Our agrarian ancestors well understood the beneficence of rain. Shemini Atzeret celebrates the anticipation of rain with a special prayer in which we acknowledge God as the source of rain. This prayer, the central distinguishing feature of the holiday, marks the onset of the rainy season in the Land of Israel. Blessing God as the rainmaker also ties in to the Sukkot holiday.
Upon leaving Egypt, the Jewish people immediately go to a place called “Sukkot.” (Exodus 12:37) The midrash likens this to a groom (God) who is in such a hurry to be with his bride that he sets up the wedding canopy (sukkah) right outside her door. This, and other examples, lead us to imagine Sukkot as the week long wedding celebration between God and the Jewish people. If so, Shemini Atzeret symbolizes the beginning of married life. There is a rabbinic interpretation of the holiday which complicates this cosmic romance in a surprising way.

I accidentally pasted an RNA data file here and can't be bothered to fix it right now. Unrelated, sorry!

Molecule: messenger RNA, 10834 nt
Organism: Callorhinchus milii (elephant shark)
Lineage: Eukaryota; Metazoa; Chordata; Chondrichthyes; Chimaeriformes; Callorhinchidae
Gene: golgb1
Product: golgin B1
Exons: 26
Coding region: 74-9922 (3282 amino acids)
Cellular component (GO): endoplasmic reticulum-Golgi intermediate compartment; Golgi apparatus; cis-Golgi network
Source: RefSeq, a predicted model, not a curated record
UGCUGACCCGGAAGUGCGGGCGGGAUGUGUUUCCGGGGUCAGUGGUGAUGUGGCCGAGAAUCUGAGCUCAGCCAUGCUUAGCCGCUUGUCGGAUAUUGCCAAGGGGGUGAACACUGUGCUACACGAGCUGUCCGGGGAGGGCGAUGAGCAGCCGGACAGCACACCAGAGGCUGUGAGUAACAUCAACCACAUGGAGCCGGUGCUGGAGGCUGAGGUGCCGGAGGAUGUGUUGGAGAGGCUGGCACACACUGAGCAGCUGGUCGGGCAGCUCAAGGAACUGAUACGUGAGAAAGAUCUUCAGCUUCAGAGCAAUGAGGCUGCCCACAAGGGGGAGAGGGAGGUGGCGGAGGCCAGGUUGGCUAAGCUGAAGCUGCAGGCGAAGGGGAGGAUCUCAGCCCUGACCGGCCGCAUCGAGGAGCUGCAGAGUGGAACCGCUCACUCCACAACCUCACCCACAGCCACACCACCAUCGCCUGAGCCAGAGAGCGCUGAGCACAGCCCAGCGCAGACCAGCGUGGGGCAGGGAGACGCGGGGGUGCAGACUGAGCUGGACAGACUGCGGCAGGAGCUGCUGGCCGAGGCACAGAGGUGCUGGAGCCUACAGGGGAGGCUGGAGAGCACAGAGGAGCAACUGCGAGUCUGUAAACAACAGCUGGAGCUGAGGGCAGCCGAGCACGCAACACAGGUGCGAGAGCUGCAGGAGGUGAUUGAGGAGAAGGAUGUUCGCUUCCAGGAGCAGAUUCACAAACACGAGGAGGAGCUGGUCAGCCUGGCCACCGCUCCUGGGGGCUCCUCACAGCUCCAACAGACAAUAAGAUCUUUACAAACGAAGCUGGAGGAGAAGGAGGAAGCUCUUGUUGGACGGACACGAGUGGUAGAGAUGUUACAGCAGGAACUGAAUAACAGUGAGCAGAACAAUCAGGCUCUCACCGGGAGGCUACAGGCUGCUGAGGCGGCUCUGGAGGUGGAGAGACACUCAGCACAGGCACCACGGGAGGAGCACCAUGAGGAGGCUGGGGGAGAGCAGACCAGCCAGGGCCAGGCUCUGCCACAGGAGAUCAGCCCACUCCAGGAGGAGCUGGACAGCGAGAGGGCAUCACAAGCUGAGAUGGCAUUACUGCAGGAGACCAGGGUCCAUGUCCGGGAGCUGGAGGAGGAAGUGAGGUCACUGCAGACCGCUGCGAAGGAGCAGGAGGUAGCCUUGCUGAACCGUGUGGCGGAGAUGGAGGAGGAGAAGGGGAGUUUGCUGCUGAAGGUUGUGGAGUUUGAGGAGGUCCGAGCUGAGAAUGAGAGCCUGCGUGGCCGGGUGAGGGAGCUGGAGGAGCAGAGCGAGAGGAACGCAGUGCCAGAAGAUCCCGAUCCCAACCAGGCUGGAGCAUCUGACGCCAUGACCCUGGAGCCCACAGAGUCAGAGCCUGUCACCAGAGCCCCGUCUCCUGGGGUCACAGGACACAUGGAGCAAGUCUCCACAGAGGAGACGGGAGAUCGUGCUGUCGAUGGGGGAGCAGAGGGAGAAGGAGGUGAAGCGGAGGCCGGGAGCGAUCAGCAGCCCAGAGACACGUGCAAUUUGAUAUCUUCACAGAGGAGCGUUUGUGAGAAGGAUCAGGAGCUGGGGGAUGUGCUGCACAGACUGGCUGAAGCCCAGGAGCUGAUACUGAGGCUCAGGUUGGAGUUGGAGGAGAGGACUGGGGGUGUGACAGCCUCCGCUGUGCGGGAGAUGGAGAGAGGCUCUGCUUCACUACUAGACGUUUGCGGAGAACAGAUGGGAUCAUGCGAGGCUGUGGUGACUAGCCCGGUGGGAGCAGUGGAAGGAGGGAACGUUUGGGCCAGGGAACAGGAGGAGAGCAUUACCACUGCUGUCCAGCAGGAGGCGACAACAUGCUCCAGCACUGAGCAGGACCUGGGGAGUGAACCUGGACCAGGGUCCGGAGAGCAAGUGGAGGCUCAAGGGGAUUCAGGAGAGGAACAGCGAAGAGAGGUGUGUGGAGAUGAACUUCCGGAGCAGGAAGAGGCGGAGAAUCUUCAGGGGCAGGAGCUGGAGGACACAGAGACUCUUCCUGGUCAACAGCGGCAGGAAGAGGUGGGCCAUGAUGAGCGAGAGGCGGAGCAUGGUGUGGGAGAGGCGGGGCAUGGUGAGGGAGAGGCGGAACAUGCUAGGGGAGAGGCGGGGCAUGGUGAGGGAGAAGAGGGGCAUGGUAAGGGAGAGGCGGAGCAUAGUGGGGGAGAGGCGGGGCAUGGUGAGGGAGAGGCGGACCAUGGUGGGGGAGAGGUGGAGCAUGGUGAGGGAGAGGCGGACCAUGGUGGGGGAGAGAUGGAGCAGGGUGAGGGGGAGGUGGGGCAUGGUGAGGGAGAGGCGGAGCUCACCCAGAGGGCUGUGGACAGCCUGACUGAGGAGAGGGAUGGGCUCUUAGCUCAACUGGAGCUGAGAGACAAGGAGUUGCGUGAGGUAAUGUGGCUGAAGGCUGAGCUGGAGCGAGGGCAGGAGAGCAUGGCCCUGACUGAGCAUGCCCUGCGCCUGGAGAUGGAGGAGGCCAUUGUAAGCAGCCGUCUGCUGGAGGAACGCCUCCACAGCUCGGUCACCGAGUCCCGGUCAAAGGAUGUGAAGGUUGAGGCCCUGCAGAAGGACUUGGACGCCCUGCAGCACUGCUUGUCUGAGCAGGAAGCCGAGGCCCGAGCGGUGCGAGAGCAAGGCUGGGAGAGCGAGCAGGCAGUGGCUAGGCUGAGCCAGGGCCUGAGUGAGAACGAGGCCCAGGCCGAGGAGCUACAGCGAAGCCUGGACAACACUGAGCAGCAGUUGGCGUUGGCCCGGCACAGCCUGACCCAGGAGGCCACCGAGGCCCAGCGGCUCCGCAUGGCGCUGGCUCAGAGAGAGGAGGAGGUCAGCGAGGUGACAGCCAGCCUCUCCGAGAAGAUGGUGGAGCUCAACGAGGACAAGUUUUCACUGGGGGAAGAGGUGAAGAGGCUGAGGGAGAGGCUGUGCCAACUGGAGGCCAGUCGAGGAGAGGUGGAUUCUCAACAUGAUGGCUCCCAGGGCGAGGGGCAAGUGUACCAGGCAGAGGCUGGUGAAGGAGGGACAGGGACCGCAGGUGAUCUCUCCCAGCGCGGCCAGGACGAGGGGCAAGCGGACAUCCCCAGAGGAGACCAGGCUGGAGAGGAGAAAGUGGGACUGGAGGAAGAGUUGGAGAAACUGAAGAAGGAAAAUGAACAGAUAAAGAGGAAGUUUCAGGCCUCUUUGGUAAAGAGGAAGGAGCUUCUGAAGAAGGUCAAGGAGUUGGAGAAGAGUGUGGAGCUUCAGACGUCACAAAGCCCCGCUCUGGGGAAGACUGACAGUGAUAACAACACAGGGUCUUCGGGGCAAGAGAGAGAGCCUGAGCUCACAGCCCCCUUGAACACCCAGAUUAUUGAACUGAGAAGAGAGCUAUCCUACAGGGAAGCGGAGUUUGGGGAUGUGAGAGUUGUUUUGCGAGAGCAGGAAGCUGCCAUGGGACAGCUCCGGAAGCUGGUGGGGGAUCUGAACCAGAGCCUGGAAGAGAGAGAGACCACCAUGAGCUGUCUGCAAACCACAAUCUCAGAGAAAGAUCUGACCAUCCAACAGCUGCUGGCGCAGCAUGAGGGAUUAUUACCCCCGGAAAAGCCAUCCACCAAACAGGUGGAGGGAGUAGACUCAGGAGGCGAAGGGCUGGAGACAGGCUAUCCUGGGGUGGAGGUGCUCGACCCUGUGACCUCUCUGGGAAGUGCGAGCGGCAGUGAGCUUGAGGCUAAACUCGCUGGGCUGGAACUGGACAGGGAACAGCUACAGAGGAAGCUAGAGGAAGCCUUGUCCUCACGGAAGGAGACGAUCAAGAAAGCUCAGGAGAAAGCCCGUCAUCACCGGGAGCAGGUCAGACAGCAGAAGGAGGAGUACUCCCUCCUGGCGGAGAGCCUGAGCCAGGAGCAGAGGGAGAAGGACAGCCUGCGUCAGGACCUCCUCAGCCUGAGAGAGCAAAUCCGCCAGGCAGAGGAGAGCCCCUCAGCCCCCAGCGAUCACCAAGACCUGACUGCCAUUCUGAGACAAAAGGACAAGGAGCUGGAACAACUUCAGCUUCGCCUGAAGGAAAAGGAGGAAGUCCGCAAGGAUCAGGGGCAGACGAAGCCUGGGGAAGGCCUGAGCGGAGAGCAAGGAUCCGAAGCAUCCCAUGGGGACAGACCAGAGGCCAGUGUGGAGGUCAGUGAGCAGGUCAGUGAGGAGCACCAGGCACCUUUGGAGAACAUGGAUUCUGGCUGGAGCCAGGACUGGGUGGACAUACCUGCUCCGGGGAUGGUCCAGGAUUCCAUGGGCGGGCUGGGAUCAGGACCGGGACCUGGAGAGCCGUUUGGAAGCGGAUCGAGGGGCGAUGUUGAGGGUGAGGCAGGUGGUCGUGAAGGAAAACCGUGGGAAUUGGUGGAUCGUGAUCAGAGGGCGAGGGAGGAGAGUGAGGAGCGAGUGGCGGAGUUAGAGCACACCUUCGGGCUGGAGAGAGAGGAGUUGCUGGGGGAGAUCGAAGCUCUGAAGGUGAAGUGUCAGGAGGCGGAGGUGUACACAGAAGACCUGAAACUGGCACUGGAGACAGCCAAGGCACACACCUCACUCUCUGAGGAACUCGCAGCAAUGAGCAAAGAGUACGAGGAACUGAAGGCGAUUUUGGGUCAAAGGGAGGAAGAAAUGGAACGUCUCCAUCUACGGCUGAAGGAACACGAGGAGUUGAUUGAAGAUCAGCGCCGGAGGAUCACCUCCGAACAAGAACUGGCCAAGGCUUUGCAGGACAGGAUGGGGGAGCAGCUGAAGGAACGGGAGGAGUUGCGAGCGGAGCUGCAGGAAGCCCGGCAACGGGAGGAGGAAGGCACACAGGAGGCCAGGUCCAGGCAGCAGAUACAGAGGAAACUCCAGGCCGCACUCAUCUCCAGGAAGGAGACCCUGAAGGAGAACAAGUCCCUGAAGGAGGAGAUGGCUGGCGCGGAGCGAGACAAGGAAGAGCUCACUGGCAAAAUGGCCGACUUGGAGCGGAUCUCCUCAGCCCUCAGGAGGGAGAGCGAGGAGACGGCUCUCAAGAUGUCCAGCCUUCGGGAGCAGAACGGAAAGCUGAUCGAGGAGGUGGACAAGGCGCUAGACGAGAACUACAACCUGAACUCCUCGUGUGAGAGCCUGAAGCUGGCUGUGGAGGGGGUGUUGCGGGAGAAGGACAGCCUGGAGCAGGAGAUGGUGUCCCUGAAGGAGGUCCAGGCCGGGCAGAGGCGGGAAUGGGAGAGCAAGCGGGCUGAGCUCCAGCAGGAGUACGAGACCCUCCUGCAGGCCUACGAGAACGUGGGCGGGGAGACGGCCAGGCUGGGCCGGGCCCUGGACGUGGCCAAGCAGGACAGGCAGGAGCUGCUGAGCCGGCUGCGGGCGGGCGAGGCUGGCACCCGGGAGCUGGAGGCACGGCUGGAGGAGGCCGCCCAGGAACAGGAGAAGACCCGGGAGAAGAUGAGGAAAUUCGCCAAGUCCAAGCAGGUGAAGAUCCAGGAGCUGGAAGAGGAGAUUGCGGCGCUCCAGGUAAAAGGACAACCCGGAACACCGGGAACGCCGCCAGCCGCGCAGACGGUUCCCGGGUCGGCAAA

The midrashic work, Pirke d’Rabbi Eliezer, posits contrasting results of soaking rain. Rain spawns weeds and wild growth but also may engender bountiful crops. The former is compared to the consequences of an out of wedlock dalliance and the latter to the rewards of an orderly and disciplined marital commitment. Setting aside the quaint traditionalism of this framing, it seems the principals have been delightfully reshuffled. God is still the “groom,” but the land has replaced the people as the “bride.” The people, however, are not without a role to play. If God is to “marry” the land, someone must serve as the officiant who will bless this union. The Prayer for Rain on Shemini Atzeret becomes the blessing which unites God and the world in holy matrimony. The lifegiving benefits of rain are not only blessings received, but blessings facilitated.
Rabbi Mitch Levine